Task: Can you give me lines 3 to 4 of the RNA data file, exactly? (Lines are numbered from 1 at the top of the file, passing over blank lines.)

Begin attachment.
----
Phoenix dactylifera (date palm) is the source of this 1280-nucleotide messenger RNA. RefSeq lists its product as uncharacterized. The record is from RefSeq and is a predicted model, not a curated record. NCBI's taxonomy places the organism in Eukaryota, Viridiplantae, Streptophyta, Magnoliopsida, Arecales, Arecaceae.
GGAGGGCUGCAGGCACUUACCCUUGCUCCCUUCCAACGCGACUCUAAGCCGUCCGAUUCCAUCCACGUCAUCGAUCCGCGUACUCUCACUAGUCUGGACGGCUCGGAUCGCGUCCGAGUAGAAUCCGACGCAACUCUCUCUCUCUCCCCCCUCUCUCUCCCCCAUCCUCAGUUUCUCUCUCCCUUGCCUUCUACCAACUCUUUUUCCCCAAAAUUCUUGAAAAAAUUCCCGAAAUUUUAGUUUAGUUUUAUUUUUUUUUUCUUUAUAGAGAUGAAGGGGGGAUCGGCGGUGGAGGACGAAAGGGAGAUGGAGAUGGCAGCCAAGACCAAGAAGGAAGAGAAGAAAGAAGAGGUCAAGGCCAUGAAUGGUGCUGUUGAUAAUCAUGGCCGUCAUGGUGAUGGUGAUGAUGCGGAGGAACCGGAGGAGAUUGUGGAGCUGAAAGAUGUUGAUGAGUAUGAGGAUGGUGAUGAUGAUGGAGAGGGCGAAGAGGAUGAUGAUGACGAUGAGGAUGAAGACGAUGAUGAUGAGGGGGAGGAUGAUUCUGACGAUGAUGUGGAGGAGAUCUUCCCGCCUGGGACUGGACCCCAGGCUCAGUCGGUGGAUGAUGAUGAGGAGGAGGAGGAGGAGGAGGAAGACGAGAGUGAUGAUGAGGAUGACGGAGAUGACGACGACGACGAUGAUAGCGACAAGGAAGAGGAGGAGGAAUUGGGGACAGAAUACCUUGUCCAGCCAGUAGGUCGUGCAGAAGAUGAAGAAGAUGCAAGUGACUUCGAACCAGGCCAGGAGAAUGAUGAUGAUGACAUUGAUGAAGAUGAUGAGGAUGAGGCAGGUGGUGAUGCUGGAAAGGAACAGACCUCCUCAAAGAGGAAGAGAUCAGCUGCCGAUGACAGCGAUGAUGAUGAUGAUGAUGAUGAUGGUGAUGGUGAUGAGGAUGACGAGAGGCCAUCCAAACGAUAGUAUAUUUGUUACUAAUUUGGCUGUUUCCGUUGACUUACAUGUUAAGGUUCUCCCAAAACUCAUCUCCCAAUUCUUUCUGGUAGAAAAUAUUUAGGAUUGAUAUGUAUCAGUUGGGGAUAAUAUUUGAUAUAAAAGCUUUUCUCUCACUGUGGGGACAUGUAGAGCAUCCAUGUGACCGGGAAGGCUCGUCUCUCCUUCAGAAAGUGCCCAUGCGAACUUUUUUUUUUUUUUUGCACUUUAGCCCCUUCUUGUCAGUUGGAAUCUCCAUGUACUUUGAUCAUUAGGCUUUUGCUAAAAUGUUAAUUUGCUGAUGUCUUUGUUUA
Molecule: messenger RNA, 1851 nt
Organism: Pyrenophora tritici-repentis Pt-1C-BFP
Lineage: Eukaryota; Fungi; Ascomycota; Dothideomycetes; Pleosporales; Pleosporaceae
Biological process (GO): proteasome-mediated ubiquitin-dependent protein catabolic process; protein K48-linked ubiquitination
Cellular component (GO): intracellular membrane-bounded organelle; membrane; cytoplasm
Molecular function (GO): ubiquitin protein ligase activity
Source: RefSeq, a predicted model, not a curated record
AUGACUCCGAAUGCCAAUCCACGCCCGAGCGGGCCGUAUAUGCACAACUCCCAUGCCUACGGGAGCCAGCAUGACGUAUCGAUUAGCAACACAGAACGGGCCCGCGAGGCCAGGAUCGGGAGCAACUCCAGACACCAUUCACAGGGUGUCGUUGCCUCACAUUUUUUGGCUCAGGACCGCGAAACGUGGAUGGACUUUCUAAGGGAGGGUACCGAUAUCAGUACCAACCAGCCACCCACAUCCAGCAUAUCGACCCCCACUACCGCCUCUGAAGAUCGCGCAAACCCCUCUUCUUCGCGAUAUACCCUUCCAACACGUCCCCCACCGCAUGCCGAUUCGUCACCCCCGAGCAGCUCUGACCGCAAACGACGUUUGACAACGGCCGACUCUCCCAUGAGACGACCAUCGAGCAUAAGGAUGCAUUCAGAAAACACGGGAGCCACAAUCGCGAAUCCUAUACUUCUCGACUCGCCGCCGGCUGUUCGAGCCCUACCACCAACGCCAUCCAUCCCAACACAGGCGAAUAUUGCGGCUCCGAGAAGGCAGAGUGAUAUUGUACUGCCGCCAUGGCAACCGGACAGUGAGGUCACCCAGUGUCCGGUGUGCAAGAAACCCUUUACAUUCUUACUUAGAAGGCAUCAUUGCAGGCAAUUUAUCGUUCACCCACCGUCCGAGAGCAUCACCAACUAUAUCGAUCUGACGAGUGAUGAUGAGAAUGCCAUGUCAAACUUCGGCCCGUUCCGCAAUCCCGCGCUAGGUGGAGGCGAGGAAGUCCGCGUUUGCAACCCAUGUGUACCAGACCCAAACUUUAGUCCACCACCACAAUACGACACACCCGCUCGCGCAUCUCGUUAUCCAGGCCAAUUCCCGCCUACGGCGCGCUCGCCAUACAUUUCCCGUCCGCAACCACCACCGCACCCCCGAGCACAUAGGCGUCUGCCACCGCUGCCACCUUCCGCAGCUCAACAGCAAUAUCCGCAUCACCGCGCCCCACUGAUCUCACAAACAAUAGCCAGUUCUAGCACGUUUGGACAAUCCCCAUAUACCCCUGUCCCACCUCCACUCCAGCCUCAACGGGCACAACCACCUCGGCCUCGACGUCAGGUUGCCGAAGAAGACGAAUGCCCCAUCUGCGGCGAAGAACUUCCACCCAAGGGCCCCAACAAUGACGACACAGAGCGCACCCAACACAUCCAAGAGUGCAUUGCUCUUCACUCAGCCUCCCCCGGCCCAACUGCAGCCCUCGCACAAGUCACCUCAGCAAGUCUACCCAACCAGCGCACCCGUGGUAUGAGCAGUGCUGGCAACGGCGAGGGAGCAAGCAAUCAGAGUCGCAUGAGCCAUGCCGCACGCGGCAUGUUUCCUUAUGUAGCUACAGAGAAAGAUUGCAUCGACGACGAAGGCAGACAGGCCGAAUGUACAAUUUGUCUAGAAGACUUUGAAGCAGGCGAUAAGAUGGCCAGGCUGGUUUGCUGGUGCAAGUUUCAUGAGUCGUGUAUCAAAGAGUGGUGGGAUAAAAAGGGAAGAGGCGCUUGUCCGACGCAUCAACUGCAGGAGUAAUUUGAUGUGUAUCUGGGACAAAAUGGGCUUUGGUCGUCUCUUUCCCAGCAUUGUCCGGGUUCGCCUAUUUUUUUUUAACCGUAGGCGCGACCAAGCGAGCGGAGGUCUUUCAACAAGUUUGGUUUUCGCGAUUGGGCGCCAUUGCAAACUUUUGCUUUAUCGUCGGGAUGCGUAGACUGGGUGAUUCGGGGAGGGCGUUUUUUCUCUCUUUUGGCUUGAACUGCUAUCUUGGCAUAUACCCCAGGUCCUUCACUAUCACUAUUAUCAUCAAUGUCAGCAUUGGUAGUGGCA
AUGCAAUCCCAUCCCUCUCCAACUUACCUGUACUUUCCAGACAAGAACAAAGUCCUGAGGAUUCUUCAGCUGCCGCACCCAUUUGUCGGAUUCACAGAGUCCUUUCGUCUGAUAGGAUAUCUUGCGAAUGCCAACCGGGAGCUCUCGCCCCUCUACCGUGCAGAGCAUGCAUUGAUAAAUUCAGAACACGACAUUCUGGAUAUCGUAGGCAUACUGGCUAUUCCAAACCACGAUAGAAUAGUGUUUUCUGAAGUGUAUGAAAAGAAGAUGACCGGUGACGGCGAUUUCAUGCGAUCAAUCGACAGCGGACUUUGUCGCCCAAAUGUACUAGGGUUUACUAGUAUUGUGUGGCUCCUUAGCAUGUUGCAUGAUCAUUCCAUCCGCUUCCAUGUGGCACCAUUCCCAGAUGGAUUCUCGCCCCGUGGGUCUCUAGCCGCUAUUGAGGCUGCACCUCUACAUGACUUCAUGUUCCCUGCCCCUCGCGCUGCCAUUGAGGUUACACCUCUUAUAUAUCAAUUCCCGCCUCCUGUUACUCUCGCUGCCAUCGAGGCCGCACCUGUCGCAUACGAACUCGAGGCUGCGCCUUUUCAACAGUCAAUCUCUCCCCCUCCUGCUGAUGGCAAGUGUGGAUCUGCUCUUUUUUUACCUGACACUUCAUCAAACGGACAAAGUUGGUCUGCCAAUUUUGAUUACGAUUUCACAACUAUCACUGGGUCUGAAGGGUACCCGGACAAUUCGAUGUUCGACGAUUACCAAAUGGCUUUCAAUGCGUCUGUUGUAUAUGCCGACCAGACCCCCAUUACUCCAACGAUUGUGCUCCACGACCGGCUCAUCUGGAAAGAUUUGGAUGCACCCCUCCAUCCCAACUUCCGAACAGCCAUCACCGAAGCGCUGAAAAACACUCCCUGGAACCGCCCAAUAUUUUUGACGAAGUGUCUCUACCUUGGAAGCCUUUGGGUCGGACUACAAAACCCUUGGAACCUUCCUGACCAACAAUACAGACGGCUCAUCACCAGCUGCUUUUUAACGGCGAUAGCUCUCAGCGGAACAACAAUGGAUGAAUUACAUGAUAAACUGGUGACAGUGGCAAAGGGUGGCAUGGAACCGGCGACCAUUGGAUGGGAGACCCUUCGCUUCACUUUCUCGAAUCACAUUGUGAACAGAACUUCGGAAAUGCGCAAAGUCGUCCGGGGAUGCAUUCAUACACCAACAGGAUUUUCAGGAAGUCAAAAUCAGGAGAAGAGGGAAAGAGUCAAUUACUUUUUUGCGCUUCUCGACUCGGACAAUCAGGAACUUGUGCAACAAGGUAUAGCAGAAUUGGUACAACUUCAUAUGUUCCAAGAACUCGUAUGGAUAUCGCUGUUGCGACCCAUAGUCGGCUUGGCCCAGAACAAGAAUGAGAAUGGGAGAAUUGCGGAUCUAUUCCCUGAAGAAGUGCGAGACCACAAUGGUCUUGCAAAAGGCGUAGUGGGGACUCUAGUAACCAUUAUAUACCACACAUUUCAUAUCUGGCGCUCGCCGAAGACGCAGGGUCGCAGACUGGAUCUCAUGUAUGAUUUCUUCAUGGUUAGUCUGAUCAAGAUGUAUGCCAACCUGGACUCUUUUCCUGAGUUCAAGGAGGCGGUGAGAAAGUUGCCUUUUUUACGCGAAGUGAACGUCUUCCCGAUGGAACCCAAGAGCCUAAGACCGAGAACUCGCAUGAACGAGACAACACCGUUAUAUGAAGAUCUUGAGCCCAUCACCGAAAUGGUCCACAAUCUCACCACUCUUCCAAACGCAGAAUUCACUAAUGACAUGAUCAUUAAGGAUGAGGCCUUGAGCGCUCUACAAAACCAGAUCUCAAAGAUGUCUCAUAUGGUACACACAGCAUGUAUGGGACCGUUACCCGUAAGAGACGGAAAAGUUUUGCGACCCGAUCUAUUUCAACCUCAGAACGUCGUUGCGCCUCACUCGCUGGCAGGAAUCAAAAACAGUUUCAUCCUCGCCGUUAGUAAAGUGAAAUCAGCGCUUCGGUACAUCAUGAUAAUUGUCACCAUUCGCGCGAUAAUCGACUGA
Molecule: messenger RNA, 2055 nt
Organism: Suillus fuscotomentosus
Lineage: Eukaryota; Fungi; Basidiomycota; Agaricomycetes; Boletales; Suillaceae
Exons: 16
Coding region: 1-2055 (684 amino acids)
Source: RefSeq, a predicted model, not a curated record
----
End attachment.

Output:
Molecule: messenger RNA, 1851 nt
Organism: Pyrenophora tritici-repentis Pt-1C-BFP